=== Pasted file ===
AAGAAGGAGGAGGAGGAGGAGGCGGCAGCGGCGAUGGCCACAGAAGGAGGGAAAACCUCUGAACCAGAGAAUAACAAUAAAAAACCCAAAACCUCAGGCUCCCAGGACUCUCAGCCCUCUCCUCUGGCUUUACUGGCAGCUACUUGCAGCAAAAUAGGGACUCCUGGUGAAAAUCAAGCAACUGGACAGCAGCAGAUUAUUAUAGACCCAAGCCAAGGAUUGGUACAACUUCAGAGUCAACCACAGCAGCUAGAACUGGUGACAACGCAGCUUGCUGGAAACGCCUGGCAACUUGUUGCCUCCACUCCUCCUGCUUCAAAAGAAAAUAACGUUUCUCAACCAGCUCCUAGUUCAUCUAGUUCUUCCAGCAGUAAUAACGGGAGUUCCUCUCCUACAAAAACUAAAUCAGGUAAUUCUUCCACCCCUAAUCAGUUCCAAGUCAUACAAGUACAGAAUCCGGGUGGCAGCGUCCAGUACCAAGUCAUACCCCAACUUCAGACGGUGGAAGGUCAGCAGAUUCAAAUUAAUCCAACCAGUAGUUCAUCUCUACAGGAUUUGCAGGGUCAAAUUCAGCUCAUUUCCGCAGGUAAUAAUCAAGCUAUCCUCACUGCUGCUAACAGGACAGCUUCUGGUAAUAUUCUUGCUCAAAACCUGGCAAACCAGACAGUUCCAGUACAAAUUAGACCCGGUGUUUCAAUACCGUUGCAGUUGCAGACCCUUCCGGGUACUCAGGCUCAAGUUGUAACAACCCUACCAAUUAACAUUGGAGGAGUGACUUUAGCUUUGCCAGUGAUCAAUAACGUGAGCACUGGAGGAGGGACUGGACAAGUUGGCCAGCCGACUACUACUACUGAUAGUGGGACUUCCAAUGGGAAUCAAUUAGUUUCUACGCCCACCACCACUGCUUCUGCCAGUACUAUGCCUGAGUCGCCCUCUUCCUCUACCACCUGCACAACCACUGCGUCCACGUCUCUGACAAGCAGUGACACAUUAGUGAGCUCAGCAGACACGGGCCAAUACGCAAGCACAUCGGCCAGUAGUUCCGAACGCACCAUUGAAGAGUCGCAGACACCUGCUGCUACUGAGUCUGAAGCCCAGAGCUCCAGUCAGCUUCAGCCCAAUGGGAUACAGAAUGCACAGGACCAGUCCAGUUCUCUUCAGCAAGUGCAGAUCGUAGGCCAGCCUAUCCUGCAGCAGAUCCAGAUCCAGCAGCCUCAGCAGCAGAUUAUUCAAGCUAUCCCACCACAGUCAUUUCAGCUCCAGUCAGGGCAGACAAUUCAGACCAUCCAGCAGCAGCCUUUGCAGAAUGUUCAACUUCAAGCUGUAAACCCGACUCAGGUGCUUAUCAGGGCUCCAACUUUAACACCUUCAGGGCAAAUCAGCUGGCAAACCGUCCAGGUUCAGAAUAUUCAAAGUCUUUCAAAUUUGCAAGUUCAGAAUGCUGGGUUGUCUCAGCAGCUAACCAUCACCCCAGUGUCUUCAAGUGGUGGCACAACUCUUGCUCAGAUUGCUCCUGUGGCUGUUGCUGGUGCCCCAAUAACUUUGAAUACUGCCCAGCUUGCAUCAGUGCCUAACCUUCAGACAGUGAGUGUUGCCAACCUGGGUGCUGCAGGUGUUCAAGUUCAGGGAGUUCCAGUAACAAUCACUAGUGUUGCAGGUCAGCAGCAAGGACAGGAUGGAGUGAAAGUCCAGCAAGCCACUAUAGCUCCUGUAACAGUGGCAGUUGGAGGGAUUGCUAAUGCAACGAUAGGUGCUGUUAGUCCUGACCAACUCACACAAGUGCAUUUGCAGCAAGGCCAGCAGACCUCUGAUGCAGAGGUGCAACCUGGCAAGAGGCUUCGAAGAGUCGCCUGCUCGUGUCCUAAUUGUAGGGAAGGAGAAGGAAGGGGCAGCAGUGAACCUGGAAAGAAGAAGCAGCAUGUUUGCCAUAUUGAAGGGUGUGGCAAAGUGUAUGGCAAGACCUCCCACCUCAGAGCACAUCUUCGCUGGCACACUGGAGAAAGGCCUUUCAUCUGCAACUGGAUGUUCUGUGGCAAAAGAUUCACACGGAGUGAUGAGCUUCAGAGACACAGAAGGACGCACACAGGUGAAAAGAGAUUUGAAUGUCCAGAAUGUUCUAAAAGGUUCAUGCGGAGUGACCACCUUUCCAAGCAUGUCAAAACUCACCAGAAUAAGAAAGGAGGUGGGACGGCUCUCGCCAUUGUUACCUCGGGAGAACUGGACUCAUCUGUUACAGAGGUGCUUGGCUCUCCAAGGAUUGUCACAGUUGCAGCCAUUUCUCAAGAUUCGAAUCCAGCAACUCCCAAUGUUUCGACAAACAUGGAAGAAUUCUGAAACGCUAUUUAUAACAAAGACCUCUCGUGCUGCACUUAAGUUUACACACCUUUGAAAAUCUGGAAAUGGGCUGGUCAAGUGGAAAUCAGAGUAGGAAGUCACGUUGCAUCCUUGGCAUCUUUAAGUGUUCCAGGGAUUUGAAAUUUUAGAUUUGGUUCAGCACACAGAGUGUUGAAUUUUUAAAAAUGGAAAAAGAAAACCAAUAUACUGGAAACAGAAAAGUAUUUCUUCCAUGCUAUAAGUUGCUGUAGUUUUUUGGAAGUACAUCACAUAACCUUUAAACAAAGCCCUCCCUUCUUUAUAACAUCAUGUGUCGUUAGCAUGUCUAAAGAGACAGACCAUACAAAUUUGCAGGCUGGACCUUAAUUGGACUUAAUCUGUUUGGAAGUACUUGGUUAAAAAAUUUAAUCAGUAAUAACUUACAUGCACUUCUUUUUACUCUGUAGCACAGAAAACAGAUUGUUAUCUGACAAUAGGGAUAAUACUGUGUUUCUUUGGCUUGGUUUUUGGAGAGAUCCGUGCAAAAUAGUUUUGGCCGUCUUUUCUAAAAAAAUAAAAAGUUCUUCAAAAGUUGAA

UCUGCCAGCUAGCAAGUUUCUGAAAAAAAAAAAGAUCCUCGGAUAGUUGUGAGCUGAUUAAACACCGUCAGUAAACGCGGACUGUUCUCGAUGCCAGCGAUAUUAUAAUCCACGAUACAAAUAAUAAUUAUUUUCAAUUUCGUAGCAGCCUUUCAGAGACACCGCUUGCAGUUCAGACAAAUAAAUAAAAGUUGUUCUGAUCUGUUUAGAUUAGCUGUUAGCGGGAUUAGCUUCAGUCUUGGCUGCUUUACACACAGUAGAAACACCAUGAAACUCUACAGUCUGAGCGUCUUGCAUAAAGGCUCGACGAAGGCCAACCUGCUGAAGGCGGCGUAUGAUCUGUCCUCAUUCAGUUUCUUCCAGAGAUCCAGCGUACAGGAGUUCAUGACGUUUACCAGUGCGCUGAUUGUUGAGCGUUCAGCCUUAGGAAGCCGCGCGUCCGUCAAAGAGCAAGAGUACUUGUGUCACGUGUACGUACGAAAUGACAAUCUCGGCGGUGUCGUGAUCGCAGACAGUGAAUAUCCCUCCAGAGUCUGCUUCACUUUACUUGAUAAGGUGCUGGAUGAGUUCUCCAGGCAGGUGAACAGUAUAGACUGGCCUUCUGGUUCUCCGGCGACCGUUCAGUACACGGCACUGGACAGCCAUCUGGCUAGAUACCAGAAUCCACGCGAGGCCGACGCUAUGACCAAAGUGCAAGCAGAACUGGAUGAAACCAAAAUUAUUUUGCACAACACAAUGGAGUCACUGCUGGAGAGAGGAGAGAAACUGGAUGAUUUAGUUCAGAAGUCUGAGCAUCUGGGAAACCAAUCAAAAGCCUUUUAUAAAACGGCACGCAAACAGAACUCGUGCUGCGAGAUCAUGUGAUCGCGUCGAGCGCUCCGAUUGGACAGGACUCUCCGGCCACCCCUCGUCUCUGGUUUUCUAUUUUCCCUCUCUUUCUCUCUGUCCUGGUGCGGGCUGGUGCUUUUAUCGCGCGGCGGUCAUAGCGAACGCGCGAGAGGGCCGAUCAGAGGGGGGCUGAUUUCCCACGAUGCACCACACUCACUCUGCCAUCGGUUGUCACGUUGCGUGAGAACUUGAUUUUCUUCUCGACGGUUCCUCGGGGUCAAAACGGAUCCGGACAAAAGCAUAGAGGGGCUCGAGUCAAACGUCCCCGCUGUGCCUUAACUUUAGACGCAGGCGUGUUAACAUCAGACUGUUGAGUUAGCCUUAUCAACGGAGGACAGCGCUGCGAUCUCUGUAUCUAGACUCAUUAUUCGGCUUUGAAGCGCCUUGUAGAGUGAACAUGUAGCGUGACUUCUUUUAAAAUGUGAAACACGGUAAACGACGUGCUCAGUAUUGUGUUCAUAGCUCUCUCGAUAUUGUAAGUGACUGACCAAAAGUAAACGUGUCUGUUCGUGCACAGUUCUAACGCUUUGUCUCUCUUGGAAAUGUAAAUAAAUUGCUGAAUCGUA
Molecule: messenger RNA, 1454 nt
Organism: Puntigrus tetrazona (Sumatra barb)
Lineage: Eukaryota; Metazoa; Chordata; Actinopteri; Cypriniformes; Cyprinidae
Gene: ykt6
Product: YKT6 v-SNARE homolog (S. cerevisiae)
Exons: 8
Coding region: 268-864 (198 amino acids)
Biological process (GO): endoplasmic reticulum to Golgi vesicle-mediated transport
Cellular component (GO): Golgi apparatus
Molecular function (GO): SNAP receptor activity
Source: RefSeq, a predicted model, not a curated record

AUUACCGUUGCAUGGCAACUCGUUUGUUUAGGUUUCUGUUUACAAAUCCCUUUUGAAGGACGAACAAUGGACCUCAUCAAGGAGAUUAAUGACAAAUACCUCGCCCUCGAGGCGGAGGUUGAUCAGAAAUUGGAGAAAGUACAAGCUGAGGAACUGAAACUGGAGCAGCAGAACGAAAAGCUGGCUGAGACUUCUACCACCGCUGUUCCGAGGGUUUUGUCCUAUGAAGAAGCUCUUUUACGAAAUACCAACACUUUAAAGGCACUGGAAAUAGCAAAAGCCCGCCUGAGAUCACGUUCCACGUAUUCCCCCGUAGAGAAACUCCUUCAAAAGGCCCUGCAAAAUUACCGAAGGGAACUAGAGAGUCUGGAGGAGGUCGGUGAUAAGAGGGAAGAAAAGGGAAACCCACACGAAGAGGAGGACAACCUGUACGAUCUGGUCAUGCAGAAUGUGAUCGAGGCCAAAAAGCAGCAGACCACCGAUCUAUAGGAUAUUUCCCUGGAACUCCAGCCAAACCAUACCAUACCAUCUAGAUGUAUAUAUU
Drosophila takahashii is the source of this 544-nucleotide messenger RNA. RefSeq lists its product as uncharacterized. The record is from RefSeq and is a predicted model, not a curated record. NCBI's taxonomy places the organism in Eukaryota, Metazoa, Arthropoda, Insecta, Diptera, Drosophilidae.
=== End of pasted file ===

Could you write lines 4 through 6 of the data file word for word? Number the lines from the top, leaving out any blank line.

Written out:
Organism: Puntigrus tetrazona (Sumatra barb)
Lineage: Eukaryota; Metazoa; Chordata; Actinopteri; Cypriniformes; Cyprinidae
Gene: ykt6